Honorary Citizenship for Anne Frank

Too little, too late. I just don’t see a reason for it. There are other ways to honor her memory and the other victims too.

He first enlisted a friend, Representative Steve Israel of Long Island, a Democrat, in efforts to have a commemorative stamp issued in her honor by the United States Postal Service. The Postal Service, however, informed them that it issued stamps only in honor of deceased American citizens or “American-related subjects,” a permitted category that has allowed stamps produced in honor of Mickey Mouse, Spider-Man and the Incredible Hulk.

Representative Israel proposed honorary citizenship in 2004, but the bill died. Then a few days ago — prompted in part by the release of documents earlier this month showing that Anne Frank’s father tried desperately in 1941 to obtain a United States visa to leave Nazi-occupied Holland — he introduced it again.

“The best way we can honor Anne Frank in death is to give her what her father sought for her in life,” the congressman said.

Seventeen House members from both parties have signed on as co-sponsors. It would make Anne Frank only the seventh person to be granted honorary citizenship in the history of the country.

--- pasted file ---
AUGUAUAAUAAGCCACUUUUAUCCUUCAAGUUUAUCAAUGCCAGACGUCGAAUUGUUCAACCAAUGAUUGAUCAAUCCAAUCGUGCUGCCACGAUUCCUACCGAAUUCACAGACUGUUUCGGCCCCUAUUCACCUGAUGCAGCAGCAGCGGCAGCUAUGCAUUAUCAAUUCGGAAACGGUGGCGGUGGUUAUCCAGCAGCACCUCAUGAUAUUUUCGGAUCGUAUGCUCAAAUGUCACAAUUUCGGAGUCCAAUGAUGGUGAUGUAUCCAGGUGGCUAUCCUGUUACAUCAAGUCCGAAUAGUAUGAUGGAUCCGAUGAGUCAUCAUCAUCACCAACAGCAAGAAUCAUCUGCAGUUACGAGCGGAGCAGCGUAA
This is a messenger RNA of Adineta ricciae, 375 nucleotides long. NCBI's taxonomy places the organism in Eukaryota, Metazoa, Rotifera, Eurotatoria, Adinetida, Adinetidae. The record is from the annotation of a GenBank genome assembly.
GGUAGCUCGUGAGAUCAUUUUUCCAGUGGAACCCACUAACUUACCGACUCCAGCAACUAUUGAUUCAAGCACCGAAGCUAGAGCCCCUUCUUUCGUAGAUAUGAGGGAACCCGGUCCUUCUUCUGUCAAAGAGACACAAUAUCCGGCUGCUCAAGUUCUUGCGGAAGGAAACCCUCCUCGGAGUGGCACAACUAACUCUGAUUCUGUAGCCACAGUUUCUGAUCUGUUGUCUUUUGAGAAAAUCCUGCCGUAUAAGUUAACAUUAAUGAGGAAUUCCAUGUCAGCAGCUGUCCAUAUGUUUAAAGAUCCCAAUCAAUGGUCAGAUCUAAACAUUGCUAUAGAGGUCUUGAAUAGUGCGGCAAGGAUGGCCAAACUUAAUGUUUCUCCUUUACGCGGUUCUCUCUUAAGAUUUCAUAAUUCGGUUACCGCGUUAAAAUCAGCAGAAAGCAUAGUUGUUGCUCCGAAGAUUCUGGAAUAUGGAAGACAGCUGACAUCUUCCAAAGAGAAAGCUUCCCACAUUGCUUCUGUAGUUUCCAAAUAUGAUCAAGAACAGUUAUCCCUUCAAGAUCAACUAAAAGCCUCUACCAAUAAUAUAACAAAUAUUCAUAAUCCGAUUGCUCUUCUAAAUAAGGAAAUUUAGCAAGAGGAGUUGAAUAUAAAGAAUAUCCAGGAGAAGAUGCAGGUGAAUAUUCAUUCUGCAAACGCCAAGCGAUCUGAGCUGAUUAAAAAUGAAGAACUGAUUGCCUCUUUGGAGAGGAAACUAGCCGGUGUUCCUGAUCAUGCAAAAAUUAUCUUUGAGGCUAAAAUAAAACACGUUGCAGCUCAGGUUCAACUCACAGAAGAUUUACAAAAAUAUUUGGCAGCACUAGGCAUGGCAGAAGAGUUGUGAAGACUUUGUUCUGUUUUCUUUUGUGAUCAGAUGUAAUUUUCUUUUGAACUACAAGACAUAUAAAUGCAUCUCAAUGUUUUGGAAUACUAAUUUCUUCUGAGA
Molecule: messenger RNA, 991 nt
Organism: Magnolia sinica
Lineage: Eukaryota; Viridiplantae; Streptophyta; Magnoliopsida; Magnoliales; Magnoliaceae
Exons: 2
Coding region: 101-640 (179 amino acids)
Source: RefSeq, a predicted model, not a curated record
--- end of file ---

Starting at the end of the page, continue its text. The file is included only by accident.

The others are Winston S. Churchill; the Marquis de Lafayette; Mother Teresa; the Swedish diplomat Raoul Wallenberg, who worked to save Jews in World War II; William Penn, the founder of Pennsylvania; and his wife Hannah Callowhill Penn.

Relatives of Anne, who died at age 15 in the Bergen-Belsen concentration camp in 1945, said they were not so certain that this would have been the family’s wish.

“I cannot see the point,” said Bernd Elias, a first cousin and president of the Anne Frank Foundation, a charitable organization based in Basel, Switzerland. “She saw herself as Dutch. That is the country she wanted to be a citizen of.”

Mr. Elias said his cousin would no more have wanted to become an American citizen “than she would have wanted to become a Cuban citizen.”

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